Overseas customers of Apple products often feel like they are paying a premium for Apple products, but Australians believe they have it extra rough, and Australian parliament wants answers: Apple, Microsoft and Adobe have been called in to appear before a committee investigating potential price fixing in the land down under.
Last July, in response to complaints from Australian consumer bodies saying that Australian buyers were being price gouged, the House of Representatives set out to see if there was any truth to the idea that some goods were more expensive in Australia than n other places in the world.
How bad can prices get in Australia? According to parliament member Ed Husic, some goods in Australia cost as much as 60% higher than in the United States.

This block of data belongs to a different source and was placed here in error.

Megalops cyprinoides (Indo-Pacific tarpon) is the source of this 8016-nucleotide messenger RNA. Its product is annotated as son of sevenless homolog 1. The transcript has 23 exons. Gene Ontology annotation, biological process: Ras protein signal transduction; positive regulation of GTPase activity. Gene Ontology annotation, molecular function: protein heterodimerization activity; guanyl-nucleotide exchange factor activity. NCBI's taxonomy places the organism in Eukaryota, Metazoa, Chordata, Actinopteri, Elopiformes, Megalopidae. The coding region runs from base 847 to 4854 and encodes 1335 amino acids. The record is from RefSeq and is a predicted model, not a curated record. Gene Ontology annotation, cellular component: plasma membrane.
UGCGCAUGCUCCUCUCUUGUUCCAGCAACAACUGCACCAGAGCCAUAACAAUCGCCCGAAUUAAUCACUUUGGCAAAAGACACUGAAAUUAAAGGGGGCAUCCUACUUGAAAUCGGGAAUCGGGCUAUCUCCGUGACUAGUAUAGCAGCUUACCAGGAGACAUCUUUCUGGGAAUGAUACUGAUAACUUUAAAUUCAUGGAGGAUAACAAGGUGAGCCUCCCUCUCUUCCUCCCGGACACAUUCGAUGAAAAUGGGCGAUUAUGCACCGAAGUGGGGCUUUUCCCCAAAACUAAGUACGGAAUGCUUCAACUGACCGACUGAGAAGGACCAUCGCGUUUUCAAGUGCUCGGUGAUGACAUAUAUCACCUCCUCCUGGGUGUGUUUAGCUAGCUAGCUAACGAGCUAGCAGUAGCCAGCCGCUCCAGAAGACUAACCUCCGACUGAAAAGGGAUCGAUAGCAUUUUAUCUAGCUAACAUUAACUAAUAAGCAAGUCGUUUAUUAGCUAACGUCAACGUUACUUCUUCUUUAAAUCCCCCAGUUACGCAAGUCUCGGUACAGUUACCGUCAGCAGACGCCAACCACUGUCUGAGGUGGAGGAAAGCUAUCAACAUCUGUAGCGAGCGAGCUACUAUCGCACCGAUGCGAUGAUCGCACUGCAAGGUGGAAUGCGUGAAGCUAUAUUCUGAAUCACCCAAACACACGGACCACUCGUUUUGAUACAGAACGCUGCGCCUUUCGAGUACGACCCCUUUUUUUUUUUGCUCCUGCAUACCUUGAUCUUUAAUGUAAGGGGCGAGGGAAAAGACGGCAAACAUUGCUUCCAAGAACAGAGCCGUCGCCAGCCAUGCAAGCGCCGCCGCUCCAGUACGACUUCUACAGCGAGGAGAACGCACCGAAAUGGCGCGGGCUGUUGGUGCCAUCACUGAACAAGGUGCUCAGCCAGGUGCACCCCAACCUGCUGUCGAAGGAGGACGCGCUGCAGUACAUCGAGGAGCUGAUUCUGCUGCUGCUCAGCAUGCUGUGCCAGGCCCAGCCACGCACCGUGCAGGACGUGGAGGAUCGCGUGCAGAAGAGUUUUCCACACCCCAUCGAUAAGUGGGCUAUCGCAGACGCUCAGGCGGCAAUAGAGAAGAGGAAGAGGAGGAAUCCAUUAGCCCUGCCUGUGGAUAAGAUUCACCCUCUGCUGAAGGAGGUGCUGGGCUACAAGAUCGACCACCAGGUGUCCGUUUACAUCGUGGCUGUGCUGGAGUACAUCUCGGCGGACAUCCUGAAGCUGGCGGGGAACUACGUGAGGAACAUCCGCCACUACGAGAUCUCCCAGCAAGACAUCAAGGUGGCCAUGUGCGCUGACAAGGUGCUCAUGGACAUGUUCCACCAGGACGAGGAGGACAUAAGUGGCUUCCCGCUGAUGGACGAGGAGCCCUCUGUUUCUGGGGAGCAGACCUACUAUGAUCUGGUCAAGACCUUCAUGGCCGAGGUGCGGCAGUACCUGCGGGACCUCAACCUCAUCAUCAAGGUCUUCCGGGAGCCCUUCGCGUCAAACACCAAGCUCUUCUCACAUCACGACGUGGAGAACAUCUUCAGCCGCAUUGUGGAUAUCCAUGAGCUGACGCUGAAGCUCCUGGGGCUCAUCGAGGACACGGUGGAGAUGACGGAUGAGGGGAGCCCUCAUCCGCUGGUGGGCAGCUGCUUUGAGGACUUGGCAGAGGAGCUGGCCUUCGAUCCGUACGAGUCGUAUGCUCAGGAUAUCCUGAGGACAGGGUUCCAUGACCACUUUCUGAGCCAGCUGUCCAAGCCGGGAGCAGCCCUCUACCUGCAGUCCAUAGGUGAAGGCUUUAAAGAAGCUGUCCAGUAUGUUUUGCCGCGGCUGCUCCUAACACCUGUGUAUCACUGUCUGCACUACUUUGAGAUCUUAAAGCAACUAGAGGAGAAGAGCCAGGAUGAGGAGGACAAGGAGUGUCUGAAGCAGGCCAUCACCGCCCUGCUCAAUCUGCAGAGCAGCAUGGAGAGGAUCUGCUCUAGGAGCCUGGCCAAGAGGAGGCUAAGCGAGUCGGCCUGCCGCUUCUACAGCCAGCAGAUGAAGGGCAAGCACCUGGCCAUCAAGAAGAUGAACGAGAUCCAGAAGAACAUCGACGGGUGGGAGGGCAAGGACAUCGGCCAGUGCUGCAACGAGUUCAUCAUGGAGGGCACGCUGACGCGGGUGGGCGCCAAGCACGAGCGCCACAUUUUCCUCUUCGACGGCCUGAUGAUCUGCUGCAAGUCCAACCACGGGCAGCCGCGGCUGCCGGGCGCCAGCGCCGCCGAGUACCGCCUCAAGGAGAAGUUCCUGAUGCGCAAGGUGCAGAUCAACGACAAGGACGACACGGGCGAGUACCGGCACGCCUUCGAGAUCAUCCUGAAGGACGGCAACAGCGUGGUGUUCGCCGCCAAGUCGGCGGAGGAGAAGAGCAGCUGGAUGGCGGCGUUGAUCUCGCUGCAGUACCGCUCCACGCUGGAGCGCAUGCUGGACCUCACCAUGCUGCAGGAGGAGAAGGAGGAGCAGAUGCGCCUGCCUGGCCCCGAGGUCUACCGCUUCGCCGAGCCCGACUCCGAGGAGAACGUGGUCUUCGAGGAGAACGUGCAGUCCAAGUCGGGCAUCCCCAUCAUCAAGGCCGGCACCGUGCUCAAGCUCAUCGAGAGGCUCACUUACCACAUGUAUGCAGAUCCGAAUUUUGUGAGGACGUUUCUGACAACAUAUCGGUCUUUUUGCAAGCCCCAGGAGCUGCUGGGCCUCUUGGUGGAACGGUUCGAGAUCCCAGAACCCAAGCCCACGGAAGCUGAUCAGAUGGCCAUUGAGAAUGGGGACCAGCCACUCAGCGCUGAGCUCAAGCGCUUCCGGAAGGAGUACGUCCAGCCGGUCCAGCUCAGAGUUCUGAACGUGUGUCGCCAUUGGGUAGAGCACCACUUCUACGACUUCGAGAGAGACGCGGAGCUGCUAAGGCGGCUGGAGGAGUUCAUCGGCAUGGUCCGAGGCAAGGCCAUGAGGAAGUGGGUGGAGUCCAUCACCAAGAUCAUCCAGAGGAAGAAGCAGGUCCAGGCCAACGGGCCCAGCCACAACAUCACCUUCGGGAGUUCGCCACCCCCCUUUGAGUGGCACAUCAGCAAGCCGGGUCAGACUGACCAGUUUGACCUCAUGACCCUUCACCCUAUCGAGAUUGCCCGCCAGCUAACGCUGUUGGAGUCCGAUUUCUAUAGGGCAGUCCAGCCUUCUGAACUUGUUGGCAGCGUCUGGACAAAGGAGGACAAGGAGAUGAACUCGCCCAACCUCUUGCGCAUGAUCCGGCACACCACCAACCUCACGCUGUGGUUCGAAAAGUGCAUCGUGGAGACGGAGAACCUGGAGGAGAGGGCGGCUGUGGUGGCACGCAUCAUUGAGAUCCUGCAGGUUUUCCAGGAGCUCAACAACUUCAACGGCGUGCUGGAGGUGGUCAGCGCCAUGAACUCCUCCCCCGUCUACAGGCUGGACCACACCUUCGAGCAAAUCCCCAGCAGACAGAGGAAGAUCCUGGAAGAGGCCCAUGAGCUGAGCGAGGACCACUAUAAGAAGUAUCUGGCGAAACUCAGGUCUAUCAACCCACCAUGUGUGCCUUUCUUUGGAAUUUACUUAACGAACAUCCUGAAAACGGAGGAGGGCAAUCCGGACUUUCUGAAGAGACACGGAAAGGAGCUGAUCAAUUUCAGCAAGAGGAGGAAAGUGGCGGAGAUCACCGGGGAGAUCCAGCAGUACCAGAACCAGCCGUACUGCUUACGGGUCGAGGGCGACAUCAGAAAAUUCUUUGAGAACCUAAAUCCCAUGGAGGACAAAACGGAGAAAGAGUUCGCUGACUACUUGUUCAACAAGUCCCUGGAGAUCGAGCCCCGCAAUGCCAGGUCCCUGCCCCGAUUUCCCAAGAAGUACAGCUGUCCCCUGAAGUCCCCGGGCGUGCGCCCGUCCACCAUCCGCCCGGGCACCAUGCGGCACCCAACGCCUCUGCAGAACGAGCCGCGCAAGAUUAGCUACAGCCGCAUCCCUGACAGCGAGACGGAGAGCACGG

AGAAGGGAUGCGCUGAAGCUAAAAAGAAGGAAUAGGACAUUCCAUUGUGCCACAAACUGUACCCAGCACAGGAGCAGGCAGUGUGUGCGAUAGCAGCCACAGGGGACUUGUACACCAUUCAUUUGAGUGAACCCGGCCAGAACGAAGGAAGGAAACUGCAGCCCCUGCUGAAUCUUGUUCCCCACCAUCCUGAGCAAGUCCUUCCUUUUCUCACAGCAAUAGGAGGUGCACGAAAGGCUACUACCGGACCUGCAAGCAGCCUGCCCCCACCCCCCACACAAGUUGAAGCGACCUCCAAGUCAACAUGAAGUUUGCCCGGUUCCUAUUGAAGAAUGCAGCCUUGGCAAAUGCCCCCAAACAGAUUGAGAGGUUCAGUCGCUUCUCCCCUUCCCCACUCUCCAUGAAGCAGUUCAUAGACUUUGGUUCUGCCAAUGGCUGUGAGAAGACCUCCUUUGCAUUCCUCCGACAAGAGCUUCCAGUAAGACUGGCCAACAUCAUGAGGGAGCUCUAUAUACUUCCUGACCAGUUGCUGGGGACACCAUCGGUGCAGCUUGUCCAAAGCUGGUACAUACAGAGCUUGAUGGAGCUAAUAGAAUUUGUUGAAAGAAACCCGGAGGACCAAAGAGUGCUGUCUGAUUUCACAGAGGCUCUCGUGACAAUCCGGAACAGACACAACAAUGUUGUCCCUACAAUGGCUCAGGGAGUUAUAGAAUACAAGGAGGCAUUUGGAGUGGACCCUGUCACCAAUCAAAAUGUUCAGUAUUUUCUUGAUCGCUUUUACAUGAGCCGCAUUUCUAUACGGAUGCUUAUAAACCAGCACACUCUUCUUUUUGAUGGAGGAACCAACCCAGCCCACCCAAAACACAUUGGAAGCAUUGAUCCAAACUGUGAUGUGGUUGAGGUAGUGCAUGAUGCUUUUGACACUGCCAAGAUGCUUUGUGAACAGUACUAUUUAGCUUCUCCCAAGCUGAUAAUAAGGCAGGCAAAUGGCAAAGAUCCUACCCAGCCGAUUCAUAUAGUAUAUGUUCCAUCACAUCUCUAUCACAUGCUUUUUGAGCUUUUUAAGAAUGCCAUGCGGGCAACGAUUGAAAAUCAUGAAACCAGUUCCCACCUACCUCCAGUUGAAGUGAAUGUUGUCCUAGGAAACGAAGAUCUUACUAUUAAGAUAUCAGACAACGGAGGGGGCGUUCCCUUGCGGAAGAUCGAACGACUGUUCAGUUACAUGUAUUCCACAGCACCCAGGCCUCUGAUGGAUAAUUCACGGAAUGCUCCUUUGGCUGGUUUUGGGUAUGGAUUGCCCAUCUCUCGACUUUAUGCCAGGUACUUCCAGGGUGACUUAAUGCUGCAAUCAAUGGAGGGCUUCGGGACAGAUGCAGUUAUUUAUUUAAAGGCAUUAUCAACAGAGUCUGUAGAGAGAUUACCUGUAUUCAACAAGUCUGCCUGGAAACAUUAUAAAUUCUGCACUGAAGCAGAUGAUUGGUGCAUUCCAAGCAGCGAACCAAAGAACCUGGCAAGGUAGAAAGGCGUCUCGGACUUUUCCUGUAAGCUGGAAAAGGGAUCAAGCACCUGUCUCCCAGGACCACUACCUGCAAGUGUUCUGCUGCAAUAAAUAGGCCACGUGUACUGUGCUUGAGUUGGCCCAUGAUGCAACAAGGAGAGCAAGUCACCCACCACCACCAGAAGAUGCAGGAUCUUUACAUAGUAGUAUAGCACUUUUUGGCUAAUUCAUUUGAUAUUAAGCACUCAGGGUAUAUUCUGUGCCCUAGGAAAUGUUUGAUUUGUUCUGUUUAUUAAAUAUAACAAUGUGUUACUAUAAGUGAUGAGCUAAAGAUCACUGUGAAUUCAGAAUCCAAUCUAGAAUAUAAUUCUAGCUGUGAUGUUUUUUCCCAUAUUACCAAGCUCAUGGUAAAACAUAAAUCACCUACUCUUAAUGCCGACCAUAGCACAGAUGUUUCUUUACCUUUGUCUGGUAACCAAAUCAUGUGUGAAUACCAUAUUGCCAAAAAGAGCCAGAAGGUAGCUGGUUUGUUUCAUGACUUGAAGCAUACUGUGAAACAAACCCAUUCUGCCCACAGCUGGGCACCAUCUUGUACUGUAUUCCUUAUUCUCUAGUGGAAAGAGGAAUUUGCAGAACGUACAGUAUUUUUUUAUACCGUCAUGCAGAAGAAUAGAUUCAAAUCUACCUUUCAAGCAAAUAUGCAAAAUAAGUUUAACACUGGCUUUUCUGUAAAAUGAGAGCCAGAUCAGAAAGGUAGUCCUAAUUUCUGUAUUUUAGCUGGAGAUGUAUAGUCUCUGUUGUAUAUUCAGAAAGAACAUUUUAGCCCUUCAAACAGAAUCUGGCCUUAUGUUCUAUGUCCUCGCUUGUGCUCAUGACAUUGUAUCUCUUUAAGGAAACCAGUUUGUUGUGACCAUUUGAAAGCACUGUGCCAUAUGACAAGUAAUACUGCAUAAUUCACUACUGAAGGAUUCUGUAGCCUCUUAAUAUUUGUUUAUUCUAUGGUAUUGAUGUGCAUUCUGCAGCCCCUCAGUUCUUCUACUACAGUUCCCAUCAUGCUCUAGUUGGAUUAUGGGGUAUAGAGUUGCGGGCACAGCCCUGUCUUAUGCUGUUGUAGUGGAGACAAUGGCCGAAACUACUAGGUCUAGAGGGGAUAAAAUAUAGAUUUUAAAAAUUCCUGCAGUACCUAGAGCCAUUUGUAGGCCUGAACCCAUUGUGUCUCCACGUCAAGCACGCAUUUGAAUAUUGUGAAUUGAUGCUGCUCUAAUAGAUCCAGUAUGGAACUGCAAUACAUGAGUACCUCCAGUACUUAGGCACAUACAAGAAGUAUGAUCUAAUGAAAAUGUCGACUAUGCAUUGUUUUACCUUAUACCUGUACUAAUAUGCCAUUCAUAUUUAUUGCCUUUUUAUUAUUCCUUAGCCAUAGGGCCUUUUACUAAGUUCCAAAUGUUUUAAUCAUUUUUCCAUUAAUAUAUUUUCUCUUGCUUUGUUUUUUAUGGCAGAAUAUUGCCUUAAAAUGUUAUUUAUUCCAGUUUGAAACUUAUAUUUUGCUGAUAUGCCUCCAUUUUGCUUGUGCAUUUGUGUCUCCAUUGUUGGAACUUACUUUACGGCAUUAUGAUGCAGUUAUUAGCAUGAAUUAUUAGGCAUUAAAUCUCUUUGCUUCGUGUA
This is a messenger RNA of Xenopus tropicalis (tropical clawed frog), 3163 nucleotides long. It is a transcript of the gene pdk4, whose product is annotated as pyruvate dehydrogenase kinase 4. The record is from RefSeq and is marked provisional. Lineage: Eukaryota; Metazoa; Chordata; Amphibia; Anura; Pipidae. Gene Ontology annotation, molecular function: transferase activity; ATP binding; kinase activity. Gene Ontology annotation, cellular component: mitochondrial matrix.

“Given the widespread use of IT across businesses and the community, the prices paid for hardware and software can have a major commercial and economic impact,” the politician was quoted as saying.
“Getting downward movement on IT prices and easing the bite of price discrimination should be an important micro-economic priority – so I’m looking forward to hearing from these firms about their pricing approaches,” he added.
Looking over the Australian Apple Store, Apple’s prices don’t look that bad. A 15-inch Retina MacBook Pro starts at approximately $1,950.69, compared to $1,799 on the American Apple Store. That’s an 8 percent difference. However, in Australia, retailers are required by law to display prices inclusive of sales tax. If I add Massachusetts sales tax to the price of that MacBook Pro, the prices are only about $39 USD off. But that’s just the price differential on Apple’s most expensive laptop model. The iPad mini fares worse in a comparison: an entry-level iPad mini in Australia costs almost $50 USD more than it does in the States.
Apple will have to appear before Parliament on March 22nd to answer questions about the way they price products in Australia.
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